As kitten season marches on, shelters across the country are pulling out their Strongid and their Nemex and are vigorously deworming kittens. It is common knowledge that all young animals have worms, and that frequent deworming is necessary. But why is that? This week we will be diving into the specifics of the large roundworms of puppies and kittens, also known as ascarids. Ascarids are some of the largest, hardiest and most common worms seen in our domestic animals. Cats and dogs each have their own, unique ascarid known as Toxocara cati and Toxocara canis respectively. They can also both be infected with a less common ascarid called Toxascaris leonina. Ascarids are commonly 10 – 15cm and are easily seen in the feces of infected animals.
Adult ascarids live in the intestinal tract of dogs and cats and their eggs are shed in feces. The eggs themselves have a thick, sticky, tough outer shell which protects them from the environment. This is why the eggs tend to get stuck in fur or carpet, and are hard to destroy. The eggs in the feces take 2 weeks of growing in the environment before they are infectious, which is why prompt cleaning is so important in a shelter. Eggs are eaten by the animal when they eat anything which has been contaminated with feces, groom themselves, etc. Eggs can also be eaten by other animals such as rodents, who are then infective to dogs or cats if consumed.
The eggs hatch in the stomach of the animal, but do not take a direct route to the intestines. The baby worms migrate through the body, passing through the liver and lungs in their way to the small intestine. Occasionally larvae are lost on their way to the gut, and become trapped in other tissues such as kidneys or muscle, where they do not develop and become dormant cysts. In a pregnant dog these cysts are activated in the last trimester, and the worms migrate across the placenta to infect the puppies. Thus, puppies are born with worms already growing inside. Similarly in cats, the worms migrate to the mammary glands and are shed in the milk to the newborn kittens.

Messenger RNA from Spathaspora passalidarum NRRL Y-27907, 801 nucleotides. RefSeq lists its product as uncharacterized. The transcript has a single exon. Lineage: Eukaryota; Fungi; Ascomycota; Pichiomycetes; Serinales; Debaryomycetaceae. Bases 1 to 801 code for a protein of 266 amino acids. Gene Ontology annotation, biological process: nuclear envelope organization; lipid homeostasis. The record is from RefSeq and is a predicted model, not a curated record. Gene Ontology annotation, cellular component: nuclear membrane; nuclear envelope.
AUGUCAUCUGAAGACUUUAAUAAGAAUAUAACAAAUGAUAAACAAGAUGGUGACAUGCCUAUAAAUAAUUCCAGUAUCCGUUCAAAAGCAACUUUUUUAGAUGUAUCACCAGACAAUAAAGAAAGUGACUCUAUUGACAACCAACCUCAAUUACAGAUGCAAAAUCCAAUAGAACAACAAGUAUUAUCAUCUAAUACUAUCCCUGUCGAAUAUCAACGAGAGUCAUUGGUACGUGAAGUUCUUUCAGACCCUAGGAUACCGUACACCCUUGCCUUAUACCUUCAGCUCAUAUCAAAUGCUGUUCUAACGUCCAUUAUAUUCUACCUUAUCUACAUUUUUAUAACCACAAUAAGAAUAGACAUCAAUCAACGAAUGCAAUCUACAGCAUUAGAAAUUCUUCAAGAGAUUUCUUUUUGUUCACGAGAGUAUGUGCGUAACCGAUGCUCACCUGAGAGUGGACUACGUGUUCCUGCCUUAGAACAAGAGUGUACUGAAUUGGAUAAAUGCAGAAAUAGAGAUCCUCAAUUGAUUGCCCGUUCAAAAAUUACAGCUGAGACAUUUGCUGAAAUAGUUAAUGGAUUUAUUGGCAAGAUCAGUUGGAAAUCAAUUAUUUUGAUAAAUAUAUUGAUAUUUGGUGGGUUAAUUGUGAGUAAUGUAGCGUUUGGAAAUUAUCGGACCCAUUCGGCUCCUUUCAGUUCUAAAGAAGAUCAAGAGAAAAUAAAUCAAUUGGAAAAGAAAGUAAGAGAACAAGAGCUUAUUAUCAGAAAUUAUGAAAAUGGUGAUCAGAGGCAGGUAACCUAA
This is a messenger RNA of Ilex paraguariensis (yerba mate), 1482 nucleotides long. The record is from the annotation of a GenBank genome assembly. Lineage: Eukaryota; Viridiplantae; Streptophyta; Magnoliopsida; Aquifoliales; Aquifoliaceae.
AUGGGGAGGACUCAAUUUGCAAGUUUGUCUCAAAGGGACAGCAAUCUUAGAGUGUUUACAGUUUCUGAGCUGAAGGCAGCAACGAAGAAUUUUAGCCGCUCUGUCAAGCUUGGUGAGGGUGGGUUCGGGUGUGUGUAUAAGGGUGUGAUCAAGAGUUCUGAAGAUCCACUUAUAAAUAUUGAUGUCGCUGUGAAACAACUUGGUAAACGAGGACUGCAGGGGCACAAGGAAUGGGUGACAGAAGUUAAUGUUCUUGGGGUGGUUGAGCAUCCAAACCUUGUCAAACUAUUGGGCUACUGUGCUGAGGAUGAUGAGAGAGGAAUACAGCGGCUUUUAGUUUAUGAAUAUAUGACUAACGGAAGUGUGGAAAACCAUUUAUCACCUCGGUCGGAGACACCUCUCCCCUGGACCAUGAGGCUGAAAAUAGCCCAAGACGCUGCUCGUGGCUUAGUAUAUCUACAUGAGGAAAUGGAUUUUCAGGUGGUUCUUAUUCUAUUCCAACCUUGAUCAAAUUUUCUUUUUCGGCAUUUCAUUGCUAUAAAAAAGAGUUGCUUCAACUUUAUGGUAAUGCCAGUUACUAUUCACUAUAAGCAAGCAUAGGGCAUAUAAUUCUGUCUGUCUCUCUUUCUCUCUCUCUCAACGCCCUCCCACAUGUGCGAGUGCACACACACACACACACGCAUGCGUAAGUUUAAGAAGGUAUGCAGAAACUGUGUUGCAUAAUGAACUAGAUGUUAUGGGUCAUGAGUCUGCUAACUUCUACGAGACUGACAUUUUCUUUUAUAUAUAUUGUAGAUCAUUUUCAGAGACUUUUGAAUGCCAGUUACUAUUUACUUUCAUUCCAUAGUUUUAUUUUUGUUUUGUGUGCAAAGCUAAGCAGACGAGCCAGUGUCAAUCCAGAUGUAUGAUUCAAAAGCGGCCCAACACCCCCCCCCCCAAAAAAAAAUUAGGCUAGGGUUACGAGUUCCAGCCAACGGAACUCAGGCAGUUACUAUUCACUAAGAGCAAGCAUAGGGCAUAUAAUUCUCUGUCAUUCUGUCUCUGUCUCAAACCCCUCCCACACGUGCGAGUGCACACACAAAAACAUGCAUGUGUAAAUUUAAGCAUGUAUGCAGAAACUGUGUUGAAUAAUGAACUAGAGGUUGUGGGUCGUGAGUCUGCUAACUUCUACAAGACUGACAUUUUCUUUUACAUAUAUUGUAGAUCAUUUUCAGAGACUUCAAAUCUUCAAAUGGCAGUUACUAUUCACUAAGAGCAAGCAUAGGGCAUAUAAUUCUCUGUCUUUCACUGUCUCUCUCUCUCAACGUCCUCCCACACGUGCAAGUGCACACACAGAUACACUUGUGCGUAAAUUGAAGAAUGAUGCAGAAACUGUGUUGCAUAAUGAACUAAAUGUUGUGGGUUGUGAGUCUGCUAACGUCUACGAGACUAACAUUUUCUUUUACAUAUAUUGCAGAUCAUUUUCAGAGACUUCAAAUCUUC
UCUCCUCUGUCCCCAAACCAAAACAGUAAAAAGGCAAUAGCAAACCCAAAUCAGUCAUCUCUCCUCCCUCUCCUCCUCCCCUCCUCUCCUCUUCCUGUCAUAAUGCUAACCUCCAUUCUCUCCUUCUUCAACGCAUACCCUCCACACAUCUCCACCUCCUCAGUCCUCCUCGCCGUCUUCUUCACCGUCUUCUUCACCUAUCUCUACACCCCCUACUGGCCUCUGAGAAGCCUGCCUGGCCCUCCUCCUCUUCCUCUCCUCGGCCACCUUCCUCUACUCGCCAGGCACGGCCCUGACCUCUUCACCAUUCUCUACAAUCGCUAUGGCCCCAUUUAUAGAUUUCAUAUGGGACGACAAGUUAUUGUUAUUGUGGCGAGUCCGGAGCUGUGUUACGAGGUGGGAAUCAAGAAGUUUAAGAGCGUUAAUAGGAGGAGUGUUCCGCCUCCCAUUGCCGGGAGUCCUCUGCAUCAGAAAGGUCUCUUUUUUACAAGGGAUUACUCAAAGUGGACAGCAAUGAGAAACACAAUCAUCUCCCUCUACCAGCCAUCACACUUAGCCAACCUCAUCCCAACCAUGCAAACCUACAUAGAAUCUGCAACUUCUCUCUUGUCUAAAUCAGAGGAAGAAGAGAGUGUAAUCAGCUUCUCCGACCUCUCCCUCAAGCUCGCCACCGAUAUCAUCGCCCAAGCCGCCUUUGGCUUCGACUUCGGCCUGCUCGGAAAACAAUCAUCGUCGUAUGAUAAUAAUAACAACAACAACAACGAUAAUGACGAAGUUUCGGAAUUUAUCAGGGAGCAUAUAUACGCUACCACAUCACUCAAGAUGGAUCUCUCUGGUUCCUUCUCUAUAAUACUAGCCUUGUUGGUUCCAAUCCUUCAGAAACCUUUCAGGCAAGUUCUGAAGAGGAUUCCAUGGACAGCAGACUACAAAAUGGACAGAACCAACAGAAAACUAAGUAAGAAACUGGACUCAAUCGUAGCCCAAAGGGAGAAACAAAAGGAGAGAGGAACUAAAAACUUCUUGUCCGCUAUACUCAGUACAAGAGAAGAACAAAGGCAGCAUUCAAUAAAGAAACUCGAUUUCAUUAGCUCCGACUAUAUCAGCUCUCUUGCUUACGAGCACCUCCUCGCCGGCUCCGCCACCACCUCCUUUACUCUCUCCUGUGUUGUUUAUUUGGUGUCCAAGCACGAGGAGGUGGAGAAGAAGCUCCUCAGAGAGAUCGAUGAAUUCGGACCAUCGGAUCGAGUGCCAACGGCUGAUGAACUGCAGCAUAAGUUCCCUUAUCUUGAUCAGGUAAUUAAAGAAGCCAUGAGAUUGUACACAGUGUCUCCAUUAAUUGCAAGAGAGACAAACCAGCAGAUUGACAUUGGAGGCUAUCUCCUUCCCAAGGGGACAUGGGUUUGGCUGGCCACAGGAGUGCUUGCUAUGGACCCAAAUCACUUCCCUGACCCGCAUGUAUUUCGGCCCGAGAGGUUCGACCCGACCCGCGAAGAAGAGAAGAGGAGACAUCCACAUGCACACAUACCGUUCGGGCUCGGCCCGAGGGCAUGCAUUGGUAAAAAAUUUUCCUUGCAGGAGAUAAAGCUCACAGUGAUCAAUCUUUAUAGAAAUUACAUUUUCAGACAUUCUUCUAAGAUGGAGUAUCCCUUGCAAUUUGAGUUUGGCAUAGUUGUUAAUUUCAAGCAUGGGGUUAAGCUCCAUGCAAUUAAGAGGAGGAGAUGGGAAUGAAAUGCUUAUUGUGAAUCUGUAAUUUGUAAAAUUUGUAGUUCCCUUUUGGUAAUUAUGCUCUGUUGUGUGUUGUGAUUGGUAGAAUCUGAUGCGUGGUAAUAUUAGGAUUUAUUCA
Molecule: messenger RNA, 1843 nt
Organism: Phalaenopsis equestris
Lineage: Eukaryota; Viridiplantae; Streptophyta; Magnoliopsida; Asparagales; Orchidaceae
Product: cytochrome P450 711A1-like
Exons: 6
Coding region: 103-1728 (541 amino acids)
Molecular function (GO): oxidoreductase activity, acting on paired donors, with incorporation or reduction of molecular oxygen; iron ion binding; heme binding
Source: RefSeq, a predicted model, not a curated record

Normally, infection takes a month or two from the time an adult animal eats the egg until the worms are fully developed. In puppies it can be much sooner, due to the prenatal infection (3 weeks), which is why early deworming of puppies is so important. Relative to a puppy’s intestinal size, even a small number of 10cm worms can cause serious gastrointestinal upset or even death. Kittens, on the other hand, take longer to develop adult worms because they are infected after birth, but should still be dewormed on a similar schedule as puppies.
Only pyrantel pamoate (Strongid, Nemex) is labeled for use in puppies and kittens as early as two weeks of age. Because this drugs is inexpensive and relatively safe, it is usually the go-to for shelters. Puppies and kittens should be dewormed every two (2) weeks until at least 12-16 weeks of age, by which time they are hopefully adopted. Many other products are effective against ascarids, but toxicity and off-label usage is a concern.
Remember, keeping a clean environment will go a long way to preventing reinfection of young animals! Killing ascarid eggs is very challenging and they can stay viable in the environment for extended periods. Thoroughly clean surfaces to mechanically remove eggs, then use diluted bleach to strip away the protein layer of the eggs, leaving them vulnerable to desiccation. Play yards and outdoor spaces are impossible to clean and heavily contaminated spaces may require a fresh layer of dirt or gravel placed on top. This is just another good reason why play yards are not for puppies!
I hope you’ve enjoyed this information about ascarids in puppies and kittens. Stay tuned until next week for more parasitology fun!